Thursday, September 6, 2012

Julie's Reviews: The Second Empress

Summary: After the bloody French Revolution, Emperor Napoleon’s power is absolute. When Marie-Louise, the eighteen year old daughter of the King of Austria, is told that the Emperor has demanded her hand in marriage, her father presents her with a terrible choice: marry the cruel, capricious Napoleon, leaving the man she loves and her home forever, or say no, and plunge her country into war. Marie-Louise knows what she must do, and she travels to France, determined to be a good wife despite Napoleon’s reputation. But lavish parties greet her in Paris, and at the extravagant French court, she finds many rivals for her husband’s affection, including Napoleon’s first wife, Joséphine, and his sister Pauline, the only woman as ambitious as the emperor himself. Beloved by some and infamous to many, Pauline is fiercely loyal to her brother. She is also convinced that Napoleon is destined to become the modern Pharaoh of Egypt. Indeed, her greatest hope is to rule alongside him as his queen—a brother-sister marriage just as the ancient Egyptian royals practiced. Determined to see this dream come to pass, Pauline embarks on a campaign to undermine the new empress and convince Napoleon to divorce Marie-Louise. As Pauline’s insightful Haitian servant, Paul, watches these two women clash, he is torn between his love for Pauline and his sympathy for Marie-Louise. But there are greater concerns than Pauline’s jealousy plaguing the court of France. While Napoleon becomes increasingly desperate for an heir, the empire’s peace looks increasingly unstable. When war once again sweeps the continent and bloodshed threatens Marie-Louise’s family in Austria, the second Empress is forced to make choices that will determine her place in history—and change the course of her life. Based on primary resources from the time, The Second Empress takes readers back to Napoleon’s empire, where royals and servants alike live at the whim of one man, and two women vie to change their destinies.

Review: I am a huge fan of Michelle Moran's novels ever since discovering her after reading the tremendous novel, Nefertiti. In The Second Empress, she gives us a glimpse into the final 6 years of Napoleon's rule and his 2nd wife, Marie-Louise. He marries her after he casts aside his first wife Josephine for her indiscretions while he was on the battlefield.

I have to say the whole Bonaparte clan was just mind blowingly crazy. They were power hungry, greedy, SOBs. They were extravagant even by standards of royal extravagance. Nothing was out of their reach. Napoleon's sister, Pauline, was perhaps worse than her brother in her lust to have all things beautiful in her grasp. I know it's pretty normal for royal to be incestuous to keep the blood lines true, but the vibe between Napoleon and Pauline was mortifying for me. It gave me the willies. His sister Caroline, made up for cruelty in what she didn't have in the beauty department.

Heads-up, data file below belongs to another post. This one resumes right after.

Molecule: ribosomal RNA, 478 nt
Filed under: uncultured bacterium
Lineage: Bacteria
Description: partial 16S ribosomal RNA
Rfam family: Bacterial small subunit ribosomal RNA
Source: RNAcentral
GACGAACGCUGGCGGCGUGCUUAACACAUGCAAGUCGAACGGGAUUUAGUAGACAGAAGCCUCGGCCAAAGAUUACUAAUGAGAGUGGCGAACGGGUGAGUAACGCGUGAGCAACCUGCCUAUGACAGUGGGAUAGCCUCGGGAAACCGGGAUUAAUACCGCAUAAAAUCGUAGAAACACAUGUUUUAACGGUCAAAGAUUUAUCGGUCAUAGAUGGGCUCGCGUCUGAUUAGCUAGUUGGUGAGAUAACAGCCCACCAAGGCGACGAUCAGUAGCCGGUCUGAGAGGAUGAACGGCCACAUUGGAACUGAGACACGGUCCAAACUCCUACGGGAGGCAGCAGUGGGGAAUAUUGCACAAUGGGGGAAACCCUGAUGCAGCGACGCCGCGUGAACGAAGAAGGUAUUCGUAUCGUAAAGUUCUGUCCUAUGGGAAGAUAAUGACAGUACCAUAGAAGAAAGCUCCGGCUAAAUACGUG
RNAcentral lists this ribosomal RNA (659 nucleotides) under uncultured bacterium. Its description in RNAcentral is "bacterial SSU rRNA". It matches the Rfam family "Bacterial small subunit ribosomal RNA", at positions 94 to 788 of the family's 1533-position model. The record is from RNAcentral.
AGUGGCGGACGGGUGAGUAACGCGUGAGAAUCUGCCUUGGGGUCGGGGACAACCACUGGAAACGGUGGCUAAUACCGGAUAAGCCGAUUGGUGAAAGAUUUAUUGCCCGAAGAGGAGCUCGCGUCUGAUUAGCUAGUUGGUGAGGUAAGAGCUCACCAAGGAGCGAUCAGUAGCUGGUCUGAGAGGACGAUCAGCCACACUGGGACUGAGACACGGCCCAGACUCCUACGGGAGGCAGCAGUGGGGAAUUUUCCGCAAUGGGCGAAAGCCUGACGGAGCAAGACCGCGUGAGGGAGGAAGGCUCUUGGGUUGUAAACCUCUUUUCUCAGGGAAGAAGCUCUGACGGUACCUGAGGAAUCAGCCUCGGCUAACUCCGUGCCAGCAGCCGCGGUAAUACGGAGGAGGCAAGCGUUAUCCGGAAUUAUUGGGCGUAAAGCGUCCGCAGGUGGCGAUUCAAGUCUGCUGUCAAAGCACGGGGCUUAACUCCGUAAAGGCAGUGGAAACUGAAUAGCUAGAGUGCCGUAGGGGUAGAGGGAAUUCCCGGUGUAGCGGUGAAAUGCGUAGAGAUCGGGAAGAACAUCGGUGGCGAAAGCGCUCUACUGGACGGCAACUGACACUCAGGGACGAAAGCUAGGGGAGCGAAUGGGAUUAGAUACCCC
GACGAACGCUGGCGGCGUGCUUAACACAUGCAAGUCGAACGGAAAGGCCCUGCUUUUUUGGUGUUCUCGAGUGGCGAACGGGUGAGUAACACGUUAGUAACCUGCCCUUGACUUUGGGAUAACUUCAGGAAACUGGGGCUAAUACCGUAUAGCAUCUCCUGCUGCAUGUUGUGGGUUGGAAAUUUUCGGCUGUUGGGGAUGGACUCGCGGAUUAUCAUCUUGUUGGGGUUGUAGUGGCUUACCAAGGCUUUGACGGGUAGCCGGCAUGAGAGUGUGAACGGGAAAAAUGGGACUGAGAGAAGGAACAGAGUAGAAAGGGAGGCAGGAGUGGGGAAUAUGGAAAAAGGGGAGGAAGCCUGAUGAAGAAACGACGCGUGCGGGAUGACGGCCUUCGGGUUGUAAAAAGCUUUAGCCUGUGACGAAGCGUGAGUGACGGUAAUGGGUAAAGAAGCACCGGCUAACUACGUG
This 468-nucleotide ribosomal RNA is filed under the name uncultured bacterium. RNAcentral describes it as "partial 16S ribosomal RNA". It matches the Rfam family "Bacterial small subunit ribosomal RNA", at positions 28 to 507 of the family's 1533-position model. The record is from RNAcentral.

Enter the Princess of Austria, Maria-Lucia. A beautiful 18 year old, who is about to become Napoleon's 2nd wife. It always fascinates me how the royals can marry without being divorced and no one calls them a bigamist. But really isn't that what they are even if they are trying to abdicate from the Catholic Church? Even under law, it doesn't seem like you should be married to two people. Then again, they are royals and can make laws so they only apply to them. Maria-Lucia becomes Marie-Louise when she marries Napoleon and gives him a true heir. Never mind the child he had by way of his mistress. Marie-Louise does right by her husband and obeys the instructions she's give by him when he goes off to fight the Russians. She knows what it takes to rule an empire and does right by the French people for she is their Empress.

Besides finding Marie-Louis fascinating, I was taken with Pauline's Haitian chamberlain, Paul. He was a good man, who was trying to be loyal, faithful and honest while serving the Princess Borghese. Yes, he was in love with her but after a while that love faded and he ended up seeing her for what she was...a whore dressed up in title and beautiful clothing. I love that he was able to truly find his independence and return to his home country. I also found Hortense to be of exceptional character. In her, I believe, Empress Marie-Louise found a true friend.

Is this period of time in French history something I know a lot about, well no but that's kind of why I read historical fiction, to be somewhat educated. Now sure I could go and read non-fiction but for me it's the filling in of what you can't find in the history books that I find intriguing. It's the true history wrapped in fiction that hooks me. I know that Ms. Moran researches the heck out of her books, so I'm fairly certain she has a good chunk of her facts correct but that won't stop people from tearing it apart.

I can't say enough for Ms. Moran's writing. If you haven't looked for her novels before, then I can say The Second Empress is a great place to start. I don't think you'll be disappointed.

Final Take:  4.75/5



Michelle September 6, 2012 at 10:51 PM  

I just saw another review of this and thought of you immediately. Another Moran book I need to add to my shelves, I fear!

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